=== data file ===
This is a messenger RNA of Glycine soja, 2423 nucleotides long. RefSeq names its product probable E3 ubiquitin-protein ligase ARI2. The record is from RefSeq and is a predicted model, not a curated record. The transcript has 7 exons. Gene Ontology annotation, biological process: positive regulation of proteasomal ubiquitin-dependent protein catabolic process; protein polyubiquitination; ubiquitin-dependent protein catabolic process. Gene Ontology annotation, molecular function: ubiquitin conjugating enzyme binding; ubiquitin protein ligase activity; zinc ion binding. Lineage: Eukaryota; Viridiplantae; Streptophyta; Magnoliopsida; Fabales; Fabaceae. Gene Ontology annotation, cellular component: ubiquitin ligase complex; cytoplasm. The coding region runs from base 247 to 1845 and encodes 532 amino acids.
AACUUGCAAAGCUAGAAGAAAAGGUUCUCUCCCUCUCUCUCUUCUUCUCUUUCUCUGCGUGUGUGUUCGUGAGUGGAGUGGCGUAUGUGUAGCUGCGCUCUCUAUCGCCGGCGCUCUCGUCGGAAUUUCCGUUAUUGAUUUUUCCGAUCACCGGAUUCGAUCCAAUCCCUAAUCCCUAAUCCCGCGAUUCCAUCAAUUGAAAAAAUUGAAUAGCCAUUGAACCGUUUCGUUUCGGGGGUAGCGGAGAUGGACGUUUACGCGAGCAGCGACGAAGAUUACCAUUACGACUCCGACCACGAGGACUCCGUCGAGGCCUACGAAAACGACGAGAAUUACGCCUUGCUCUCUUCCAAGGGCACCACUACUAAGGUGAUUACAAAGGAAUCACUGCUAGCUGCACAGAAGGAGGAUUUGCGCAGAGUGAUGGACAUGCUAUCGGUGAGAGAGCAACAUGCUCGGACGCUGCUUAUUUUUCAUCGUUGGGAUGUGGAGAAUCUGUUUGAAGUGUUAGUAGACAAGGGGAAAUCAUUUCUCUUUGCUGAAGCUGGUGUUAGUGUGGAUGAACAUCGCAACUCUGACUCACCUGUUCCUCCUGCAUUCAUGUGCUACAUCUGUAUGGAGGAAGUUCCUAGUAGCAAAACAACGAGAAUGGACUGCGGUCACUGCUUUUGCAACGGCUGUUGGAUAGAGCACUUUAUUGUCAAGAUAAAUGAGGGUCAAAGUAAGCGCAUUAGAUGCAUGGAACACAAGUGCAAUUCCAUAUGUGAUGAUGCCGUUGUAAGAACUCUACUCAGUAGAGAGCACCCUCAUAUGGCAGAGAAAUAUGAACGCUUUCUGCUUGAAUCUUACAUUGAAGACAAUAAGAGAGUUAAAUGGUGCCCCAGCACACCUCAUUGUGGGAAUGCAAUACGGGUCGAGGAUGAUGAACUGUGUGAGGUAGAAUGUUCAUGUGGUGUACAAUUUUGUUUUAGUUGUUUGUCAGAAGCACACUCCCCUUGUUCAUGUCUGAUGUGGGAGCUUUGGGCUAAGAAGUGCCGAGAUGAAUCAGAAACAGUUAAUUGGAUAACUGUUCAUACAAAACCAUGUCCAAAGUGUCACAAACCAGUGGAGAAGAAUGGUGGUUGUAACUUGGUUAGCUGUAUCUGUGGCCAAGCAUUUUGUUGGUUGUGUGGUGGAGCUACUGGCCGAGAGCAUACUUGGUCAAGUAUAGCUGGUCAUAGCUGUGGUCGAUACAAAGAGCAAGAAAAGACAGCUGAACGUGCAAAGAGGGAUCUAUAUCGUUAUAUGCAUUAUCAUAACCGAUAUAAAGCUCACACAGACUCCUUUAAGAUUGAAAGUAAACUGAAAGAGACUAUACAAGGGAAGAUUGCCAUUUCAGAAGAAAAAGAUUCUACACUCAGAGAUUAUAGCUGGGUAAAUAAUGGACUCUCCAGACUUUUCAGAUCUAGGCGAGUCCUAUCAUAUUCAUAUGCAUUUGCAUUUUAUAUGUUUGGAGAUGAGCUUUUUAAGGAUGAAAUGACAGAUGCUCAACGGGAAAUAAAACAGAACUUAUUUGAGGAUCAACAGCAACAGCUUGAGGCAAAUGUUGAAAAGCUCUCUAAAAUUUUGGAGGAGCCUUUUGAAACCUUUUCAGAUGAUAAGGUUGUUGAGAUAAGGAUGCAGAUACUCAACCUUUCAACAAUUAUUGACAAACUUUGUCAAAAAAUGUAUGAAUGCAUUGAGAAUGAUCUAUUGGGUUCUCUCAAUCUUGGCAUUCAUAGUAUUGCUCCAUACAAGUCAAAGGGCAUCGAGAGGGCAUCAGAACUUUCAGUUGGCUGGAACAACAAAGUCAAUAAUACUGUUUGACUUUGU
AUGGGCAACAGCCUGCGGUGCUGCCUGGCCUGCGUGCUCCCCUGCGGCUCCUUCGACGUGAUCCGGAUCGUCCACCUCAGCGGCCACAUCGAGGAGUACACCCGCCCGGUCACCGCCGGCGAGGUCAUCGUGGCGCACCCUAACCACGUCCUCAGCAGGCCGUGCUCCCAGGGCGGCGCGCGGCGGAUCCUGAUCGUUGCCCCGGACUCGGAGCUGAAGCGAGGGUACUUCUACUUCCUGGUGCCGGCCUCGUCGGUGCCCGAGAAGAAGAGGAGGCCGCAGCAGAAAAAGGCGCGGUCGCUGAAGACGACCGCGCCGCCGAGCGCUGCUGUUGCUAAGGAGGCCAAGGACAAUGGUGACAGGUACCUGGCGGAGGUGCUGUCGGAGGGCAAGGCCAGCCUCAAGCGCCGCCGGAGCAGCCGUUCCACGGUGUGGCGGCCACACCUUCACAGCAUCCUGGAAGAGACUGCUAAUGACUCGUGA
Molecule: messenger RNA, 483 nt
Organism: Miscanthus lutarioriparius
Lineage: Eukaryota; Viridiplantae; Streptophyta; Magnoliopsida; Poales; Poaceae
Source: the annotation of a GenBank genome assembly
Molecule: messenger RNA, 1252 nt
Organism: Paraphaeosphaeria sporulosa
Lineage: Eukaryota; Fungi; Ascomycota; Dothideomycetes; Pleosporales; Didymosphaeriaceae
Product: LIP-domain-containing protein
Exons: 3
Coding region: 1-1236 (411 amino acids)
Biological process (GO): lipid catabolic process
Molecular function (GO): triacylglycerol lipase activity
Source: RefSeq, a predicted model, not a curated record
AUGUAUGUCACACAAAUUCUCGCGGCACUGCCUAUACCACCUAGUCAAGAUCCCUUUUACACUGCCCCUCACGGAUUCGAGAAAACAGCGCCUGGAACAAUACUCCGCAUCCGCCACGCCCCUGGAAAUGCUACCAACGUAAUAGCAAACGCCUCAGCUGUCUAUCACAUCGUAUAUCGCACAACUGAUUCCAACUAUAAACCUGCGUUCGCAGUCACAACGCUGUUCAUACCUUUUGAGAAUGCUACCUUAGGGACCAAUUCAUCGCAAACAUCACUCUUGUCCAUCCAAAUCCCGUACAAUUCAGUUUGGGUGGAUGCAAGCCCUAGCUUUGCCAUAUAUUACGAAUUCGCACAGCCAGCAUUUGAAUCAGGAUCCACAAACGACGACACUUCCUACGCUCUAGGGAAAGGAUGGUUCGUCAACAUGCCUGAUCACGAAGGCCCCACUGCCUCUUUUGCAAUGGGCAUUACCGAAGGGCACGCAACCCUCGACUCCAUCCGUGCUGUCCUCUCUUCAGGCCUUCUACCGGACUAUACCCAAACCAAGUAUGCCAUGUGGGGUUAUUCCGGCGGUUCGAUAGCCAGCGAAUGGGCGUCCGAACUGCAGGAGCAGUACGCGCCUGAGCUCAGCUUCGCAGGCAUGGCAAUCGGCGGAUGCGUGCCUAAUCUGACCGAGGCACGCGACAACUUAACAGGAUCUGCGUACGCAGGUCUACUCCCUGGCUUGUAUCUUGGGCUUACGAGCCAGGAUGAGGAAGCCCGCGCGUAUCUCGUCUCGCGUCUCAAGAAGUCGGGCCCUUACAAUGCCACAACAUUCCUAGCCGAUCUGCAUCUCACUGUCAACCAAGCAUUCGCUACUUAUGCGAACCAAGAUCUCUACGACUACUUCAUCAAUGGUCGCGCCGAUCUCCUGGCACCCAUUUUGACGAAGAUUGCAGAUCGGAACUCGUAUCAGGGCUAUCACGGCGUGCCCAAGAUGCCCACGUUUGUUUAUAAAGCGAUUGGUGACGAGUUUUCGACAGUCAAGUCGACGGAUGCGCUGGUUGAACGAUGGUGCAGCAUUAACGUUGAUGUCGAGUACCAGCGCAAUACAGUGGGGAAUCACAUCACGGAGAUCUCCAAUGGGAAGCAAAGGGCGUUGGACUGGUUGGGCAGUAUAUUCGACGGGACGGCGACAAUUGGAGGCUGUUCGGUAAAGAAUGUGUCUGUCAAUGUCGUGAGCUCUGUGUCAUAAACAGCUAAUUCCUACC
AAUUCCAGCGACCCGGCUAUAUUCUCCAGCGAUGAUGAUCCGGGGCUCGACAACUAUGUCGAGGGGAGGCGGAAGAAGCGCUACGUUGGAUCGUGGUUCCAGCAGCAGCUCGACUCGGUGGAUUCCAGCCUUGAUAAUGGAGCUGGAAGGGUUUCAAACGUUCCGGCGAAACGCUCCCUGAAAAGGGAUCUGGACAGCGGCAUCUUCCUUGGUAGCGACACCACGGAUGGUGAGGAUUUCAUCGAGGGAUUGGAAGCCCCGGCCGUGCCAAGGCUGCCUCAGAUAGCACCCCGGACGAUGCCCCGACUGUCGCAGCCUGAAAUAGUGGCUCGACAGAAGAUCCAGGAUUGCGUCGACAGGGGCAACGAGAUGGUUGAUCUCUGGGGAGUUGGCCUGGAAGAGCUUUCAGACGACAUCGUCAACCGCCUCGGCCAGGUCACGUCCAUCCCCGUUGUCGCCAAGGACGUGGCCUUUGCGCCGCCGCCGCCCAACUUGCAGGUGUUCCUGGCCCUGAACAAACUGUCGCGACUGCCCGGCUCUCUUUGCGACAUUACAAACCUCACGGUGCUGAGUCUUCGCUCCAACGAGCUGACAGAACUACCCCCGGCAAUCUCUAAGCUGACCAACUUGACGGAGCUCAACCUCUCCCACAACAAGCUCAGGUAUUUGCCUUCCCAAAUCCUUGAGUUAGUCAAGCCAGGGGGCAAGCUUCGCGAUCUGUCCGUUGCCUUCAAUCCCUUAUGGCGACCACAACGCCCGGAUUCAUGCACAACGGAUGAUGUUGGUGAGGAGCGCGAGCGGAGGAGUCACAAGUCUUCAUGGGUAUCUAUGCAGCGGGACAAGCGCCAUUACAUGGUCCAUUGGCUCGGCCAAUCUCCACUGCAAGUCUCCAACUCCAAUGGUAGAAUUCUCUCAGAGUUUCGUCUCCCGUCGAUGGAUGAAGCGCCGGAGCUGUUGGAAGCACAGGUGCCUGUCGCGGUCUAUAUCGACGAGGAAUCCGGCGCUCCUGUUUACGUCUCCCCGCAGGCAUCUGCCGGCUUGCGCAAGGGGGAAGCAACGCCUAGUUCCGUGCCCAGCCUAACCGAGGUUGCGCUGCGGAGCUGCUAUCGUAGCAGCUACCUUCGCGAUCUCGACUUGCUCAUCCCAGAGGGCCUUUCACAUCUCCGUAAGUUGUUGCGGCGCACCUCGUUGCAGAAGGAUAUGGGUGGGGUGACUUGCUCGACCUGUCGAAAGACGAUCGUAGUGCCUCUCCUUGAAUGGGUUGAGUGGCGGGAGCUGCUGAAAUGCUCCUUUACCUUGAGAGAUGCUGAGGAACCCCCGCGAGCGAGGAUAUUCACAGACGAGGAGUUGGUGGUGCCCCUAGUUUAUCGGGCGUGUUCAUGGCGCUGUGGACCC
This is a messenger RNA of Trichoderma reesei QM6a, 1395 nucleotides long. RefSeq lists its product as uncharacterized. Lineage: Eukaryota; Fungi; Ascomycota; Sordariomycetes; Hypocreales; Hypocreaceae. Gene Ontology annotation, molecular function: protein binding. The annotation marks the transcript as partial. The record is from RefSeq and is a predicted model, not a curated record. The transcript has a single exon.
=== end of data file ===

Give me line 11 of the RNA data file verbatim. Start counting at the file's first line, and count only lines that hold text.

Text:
Product: LIP-domain-containing protein